Once I had the bands adjusted to my liking, I did not experience any issues with them loosening during use. The hook and loop fasteners worked well. While I understand the size and bulk of the bottle necessitate having two bands for stability, having to put them both on and take them both off proved cumbersome at times. They would sometimes stick to each other and I'd have to feel with my fingers to find where to peel them off so I could situate them correctly. The bands were soft enough that they did not visibly irriate my arm while wearing the armband, even during heavy workouts and excessive sweating.
|Wearing the Armband|
The bottle now has a slight dent and is missing a bit of paint near the neck, where I accidentally dropped it while out on the trails. My hands were sweaty and it slipped and dumped itself out. I learned to wipe my hands on my shorts or shirt prior to removing the bottle from the armband for drinking.
My phone is also my mp3 player. Due to the size of it (Samsung Galaxy S3), it would not fit in the plastic holder. My ID would fit, but I wear an ID wristband so that I don't have to carry an ID and risk losing it. Since I wasn't able to realistically use the holder, I removed it for most of the testing period. There is also no way to hold earbud wires, so even if I could fit my phone into the holder, the earbud wires would have driven me nuts. I have a separate armband in which my phone does fit that has a little hook and loop fastener on the side to hold the excess earbud wires. Wearing two armbands may seem a bit silly, but it did even out the tan lines on my arms. :) I don't listen to music while hiking, but I do wear my ID wristband.
The weight and size of the bottle, especially when full, is something that was very noticeable to me during runs. Although it was relatively comfortable and didn't slip or move about, I could still feel the weight and hear the water sloshing around (although with my earbuds in, the music would cover it up). While hiking, it didn't bother me as much, although the extra bulk on my arm took a bit of getting used to.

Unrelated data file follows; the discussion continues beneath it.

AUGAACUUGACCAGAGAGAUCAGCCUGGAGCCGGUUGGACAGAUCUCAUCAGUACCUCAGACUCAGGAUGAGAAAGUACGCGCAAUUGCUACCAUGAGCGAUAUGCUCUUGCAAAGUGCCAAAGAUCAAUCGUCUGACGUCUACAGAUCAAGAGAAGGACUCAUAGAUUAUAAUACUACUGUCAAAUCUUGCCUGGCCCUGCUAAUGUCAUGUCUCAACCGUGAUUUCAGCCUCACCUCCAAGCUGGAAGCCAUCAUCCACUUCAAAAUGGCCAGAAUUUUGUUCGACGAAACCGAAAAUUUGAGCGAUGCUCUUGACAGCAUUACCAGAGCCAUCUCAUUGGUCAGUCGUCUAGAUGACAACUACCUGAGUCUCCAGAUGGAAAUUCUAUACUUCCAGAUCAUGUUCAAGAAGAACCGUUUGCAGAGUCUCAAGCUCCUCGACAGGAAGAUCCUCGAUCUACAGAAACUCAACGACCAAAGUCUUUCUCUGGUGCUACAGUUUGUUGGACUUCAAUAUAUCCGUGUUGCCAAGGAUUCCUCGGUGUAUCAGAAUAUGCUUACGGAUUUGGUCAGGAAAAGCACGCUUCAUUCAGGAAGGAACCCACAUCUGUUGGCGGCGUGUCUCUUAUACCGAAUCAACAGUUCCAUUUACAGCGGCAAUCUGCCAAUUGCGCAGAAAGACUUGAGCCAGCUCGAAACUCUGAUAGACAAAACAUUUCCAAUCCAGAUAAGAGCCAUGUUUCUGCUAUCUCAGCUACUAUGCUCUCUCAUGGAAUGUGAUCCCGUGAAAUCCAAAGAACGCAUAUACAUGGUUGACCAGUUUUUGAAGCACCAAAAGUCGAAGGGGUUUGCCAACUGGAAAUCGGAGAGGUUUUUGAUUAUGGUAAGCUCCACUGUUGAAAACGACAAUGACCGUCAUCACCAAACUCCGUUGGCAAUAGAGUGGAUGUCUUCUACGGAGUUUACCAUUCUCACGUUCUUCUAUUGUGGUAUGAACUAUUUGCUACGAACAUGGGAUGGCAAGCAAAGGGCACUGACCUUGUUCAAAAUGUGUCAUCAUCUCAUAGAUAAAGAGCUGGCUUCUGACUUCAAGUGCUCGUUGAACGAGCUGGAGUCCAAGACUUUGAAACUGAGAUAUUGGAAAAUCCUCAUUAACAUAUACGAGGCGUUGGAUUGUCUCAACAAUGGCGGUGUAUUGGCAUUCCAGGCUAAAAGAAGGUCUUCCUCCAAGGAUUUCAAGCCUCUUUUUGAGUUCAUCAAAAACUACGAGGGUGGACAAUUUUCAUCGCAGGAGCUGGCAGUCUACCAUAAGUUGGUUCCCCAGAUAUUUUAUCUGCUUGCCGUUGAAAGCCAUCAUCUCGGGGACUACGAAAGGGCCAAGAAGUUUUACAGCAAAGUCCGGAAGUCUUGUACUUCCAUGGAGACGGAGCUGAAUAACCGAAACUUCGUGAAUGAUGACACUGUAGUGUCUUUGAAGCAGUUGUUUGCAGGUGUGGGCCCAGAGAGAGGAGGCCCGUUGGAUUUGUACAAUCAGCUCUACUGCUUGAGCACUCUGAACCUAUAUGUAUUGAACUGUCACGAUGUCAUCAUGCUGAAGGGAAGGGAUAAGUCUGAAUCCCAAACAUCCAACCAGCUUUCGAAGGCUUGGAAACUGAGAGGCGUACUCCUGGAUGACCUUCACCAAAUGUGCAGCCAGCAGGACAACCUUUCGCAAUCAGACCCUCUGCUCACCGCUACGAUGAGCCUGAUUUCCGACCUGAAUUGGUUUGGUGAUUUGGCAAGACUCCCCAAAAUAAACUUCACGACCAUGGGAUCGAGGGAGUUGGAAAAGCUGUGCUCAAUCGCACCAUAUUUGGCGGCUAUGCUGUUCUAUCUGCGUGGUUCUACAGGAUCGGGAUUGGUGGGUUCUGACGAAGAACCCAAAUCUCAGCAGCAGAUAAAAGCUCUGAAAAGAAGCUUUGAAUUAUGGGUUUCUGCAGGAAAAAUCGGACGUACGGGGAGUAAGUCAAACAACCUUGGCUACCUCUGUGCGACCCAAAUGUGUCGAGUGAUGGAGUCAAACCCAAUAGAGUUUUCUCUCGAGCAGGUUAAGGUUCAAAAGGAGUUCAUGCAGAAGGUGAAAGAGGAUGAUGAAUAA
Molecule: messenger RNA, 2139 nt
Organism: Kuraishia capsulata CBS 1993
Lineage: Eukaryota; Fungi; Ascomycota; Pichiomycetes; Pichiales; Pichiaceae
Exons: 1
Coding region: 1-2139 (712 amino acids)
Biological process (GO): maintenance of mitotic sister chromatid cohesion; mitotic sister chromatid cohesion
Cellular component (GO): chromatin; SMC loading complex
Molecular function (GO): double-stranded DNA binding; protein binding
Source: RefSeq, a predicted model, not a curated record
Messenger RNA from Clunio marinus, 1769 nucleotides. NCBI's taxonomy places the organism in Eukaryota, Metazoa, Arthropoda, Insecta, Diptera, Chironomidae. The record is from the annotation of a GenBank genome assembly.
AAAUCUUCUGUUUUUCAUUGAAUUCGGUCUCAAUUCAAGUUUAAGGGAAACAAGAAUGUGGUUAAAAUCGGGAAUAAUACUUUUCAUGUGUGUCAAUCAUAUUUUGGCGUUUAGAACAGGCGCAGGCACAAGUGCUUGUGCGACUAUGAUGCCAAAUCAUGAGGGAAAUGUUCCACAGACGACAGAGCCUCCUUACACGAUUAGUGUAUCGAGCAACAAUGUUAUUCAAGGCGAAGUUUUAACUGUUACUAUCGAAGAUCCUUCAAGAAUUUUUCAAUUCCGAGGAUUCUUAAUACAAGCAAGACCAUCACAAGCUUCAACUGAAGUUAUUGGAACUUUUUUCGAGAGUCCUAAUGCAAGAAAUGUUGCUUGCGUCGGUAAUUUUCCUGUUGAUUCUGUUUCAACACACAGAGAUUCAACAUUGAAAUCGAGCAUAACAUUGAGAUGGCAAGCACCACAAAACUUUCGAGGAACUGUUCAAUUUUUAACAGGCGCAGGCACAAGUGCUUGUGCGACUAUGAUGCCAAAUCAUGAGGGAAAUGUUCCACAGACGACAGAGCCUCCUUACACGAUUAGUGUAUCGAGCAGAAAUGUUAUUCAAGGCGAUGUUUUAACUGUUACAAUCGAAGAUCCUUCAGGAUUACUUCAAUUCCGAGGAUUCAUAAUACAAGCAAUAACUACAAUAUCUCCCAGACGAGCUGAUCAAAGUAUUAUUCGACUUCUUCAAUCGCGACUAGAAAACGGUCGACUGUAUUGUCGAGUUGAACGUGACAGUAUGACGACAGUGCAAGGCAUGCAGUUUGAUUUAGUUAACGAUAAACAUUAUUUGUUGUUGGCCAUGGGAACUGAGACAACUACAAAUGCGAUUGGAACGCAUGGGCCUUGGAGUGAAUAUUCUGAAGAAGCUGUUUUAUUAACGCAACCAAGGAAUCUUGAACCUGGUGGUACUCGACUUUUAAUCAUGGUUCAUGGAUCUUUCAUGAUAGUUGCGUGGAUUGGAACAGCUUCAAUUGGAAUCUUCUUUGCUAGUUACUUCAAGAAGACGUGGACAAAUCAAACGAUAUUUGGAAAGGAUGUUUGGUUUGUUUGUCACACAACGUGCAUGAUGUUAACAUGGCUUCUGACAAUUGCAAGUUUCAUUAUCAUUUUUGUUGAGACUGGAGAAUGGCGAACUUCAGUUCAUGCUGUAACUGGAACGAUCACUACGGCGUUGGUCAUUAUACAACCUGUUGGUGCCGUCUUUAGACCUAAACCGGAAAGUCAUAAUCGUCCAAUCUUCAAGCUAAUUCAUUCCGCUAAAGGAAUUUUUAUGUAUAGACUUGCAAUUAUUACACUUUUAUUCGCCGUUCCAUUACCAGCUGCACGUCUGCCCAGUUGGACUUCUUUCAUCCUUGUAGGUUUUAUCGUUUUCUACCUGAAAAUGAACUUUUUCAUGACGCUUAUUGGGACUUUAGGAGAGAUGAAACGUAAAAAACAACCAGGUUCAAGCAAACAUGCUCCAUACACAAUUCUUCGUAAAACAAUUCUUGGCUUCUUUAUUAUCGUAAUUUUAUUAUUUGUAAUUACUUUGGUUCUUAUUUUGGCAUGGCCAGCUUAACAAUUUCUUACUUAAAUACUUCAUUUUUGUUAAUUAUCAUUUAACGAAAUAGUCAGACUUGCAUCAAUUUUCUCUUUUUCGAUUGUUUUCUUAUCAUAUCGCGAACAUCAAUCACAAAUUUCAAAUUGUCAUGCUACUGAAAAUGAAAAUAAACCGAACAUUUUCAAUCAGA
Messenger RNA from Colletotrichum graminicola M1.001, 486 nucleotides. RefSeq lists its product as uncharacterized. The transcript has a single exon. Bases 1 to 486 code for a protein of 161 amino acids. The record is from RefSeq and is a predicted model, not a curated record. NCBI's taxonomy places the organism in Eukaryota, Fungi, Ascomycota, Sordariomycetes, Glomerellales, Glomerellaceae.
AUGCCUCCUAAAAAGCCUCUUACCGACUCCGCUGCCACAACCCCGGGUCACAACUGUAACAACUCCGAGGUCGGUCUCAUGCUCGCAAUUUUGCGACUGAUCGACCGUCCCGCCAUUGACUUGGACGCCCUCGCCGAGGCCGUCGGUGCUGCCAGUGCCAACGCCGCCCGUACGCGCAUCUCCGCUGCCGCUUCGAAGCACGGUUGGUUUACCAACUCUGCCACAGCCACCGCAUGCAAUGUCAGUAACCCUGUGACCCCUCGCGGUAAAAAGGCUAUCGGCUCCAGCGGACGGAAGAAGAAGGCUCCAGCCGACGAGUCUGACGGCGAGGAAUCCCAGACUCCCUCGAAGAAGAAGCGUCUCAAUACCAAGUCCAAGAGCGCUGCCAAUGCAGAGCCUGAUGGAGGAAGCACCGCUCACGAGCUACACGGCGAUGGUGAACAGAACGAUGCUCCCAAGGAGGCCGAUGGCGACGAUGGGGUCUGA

During bootcamp-style workouts, I found the best way to use the water bottle was to remove the armband with the bottle and set them nearby. Jumping up and down and waving my arms about while wearing a water bottle on my arm may not be conducive to convenience, but definitely is to bonking myself in the side of the head.
The weight and bulk of the bottle will keep me from using this product on any trail runs of any length longer than 4 miles (6.4km). Any further, I prefer to wear a hydration belt with flasks. I really do want to like this product -- again, it isn't uncomfortable and it does what it's supposed to do. But it just doesn't work for me.
Comfortable and soft
Holds good amount of water for short distances
Smartphone holder too small
No earbud wire holders
This concludes my Long Term Report. Thank you to BackPackGearTest.org and Kenmark Sports for the opportunity to test this product!
This report was created with the BackpackGearTest.org Report Writer
Copyright 2013. All rights reserved.